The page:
Gerald Almy: Finding right group of does
We’ve all read in articles that when the rut arrives, as it has right about now, you should hunt where the does are. But the truth is you need to find the right doe group.
Different clusters of does, even in a small hunting area, cycle at slightly different times. If they didn’t, the main estrous period would last about 1 ½-days instead of 7-10 days.
By finding a doe group that’s cycling or just about to, you can up your success odds dramatically.
Mature bucks monitor the status of females constantly as peak rut approaches. While visiting the different doe groups, they watch for visual signs and sniff for pheromones that tell them exactly which doe is ready and which are a few days away. Once the first group comes into full heat, though, this traveling mostly comes to a halt.
It may sound like a small difference, but if you sit near a group of does that won’t mate for another three days, you could have a long cold wait. And you could be missing hot action taking place around another group just a quarter-mile away. Bucks sense time is of the essence if they are going to service as many does as they can during the brief breeding period.
Using this knowledge that different doe groups cycle at different times has helped me immensely in my hunting. I know that herds in cool, higher elevation areas always seems to breed early, so I set up there for my first rut hunts.
Once they finish, doe groups that hold near prime feed areas in the lowlands come next. They are followed by does in middle elevations ranges with poorer quality food.
Once you pinpoint such a pattern on land you hunt, whether it’s public or private, you can use it to make a schedule for future years on where to expect the rut to kick at various times.
Even if you hunt different areas and it’s not practical to work out a “rut schedule” for cycling does, being aware of the signs of when a particular doe group is coming into heat and likely to attract bucks will definitely enhance your hunting success.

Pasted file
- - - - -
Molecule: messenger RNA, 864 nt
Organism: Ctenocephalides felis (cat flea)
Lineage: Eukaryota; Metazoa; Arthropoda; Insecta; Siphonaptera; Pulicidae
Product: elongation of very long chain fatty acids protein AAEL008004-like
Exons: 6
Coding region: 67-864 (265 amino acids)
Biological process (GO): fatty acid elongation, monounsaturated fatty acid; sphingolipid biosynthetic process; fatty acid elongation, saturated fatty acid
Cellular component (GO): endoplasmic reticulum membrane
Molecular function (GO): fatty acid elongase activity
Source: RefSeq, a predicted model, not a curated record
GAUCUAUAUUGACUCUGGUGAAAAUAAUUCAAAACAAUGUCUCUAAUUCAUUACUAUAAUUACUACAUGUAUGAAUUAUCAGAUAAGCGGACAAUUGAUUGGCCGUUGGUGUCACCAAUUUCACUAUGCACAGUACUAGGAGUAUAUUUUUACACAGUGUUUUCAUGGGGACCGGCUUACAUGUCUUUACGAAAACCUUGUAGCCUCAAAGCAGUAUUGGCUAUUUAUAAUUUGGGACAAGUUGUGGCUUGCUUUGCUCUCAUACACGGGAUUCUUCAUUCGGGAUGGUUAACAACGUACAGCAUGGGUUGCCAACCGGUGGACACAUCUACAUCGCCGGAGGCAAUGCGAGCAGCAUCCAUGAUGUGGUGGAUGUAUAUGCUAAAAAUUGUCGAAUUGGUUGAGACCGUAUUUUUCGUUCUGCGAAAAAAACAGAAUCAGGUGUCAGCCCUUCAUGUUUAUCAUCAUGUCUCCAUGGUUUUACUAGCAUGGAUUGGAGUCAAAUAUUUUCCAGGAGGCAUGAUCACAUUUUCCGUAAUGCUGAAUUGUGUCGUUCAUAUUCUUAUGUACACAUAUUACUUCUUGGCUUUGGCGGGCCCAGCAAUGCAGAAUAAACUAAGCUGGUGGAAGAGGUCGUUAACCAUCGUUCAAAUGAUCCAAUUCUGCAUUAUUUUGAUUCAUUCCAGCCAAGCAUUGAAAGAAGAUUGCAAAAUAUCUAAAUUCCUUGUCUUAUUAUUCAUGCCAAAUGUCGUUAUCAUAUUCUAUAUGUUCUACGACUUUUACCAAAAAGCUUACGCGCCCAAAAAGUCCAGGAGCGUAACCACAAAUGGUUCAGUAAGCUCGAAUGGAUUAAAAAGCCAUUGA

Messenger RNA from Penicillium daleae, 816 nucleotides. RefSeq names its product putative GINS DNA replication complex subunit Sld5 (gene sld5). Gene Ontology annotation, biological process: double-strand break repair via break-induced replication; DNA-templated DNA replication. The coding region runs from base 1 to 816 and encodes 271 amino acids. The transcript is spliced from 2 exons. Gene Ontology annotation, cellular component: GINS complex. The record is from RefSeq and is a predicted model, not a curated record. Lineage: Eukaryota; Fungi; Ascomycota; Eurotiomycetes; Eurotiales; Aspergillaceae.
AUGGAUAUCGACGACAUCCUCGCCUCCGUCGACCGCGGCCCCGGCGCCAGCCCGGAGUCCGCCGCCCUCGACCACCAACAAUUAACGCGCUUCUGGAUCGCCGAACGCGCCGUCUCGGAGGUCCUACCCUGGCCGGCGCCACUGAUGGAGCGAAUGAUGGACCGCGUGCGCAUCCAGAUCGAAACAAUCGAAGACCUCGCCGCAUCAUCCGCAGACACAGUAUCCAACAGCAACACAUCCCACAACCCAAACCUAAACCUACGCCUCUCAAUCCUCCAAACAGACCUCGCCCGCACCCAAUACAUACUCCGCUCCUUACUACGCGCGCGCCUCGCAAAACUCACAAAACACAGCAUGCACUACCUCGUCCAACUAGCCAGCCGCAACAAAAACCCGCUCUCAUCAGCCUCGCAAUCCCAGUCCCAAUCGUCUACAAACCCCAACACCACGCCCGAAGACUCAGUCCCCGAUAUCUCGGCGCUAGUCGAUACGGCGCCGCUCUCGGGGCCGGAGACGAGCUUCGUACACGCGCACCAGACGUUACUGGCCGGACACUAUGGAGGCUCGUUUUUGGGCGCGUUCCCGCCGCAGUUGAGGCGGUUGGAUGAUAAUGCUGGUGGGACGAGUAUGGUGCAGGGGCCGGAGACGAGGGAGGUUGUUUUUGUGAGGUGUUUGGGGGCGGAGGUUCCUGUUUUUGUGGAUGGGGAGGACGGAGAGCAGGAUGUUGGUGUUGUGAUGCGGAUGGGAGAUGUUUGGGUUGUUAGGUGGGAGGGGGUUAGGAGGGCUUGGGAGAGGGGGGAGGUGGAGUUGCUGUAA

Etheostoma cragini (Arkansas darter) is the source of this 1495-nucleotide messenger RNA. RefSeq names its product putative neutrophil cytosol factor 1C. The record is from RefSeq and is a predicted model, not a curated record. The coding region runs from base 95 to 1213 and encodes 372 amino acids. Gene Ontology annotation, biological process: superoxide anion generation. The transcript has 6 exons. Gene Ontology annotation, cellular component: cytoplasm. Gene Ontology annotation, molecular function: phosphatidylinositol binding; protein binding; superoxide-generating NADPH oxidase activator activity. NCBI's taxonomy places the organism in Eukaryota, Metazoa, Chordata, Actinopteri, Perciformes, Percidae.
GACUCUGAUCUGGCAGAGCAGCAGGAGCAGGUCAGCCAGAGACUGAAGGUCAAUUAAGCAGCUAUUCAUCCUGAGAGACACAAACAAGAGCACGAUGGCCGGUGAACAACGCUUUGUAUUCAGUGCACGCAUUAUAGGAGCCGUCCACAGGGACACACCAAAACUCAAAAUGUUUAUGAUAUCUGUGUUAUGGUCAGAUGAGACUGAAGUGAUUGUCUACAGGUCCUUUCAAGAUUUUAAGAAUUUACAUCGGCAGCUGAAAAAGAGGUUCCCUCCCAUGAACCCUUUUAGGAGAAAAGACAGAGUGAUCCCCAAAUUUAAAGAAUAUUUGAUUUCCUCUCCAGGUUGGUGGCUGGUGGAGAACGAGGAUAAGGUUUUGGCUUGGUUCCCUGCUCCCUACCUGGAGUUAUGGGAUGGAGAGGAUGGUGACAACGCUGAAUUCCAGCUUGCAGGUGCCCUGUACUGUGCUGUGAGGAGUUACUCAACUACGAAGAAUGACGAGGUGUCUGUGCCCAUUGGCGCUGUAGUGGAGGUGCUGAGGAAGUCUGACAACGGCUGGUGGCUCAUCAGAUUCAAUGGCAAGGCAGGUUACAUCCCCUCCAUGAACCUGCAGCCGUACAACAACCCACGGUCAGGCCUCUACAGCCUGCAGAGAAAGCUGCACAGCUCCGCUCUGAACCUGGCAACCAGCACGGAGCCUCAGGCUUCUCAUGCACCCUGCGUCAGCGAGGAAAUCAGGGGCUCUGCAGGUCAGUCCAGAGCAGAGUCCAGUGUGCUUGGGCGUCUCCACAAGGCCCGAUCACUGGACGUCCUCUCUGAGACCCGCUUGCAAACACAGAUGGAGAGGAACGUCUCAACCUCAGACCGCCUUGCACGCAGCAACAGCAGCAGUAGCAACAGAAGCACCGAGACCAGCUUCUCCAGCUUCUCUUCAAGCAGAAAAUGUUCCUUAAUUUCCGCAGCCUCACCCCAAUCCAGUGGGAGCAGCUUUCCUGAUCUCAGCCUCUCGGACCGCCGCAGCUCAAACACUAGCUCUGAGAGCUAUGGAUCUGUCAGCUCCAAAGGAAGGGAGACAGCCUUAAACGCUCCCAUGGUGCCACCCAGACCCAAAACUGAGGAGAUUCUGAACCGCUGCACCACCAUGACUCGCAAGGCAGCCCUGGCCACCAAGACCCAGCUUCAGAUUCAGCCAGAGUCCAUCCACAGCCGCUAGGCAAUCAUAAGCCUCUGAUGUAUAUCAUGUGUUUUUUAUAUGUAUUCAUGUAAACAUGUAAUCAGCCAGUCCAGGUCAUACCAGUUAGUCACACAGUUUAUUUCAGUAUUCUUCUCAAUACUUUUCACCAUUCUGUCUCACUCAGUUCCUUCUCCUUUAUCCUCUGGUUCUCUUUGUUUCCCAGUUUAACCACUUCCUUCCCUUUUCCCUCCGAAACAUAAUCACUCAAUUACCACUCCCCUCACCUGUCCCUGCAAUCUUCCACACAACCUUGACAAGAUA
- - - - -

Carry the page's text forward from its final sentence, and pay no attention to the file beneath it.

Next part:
There are several climate and habitat conditions that will help you predict which area’s does will cycle earlier or later. And there are behavioral and posture traits that will tip you off on whether does are close to cycling when you encounter them.
First of all, if one part of the property you hunt is cooler than another area because of elevation, those does may tend to cycle first. Check out the highest ridges and peaks for the earliest breeding females.
Lacking any measurable temperature differences, look to the habitat quality. Where are the most desirable foods and best living quarters located? The oldest doe and her offspring will typically claim that spot and she will often cycle before younger does.
Find the location with the best feed and also good nearby cover in the form of low brush such as autumn olive thickets, tall grasses, scattered trees and edible shrubs like honeysuckle, blackberry, greenbrier and raspberry. That’s where the oldest and earliest cycling does should be. Expect the herds hanging around less desirable food sources to breed later.
Other factors may be involved, but these are a few I’ve found that influence when particular doe groups in a given area cycle.
You can tell when it happens, though, by the females’ behavior. As their hormones build up and they approach estrous, does become restive, pacing more. They won’t travel out of their home turf. They’ll simply walk around more because they’re restless and also to waft out their “I’m almost ready” pheromone scent.
Ready does tend to look back over their shoulder more. Their tails may stick straight out or crooked to the side.
If the animals you see look relaxed and mostly interested in food, with no nervousness or edgy demeanor, search for another group. Also, if they kick at bucks that approach and sniff them, look for another cluster of females, but make a mental note to check back on them in a few days.
A doe that responds by running playfully from approaching bucks, but not really trying to get away is what you want. Within hours that doe will not even be running but rather slipping in the brush with her chosen partner to breed.
Find her, then camp out downwind of her group’s primary bedding location or between there the closest feed spot. You’ve pinpointed the hottest doe group, and that’s where the biggest bucks in the area are going to be for the next few days.
Award-winning outdoors writer Gerald Almy is a Maurertown resident.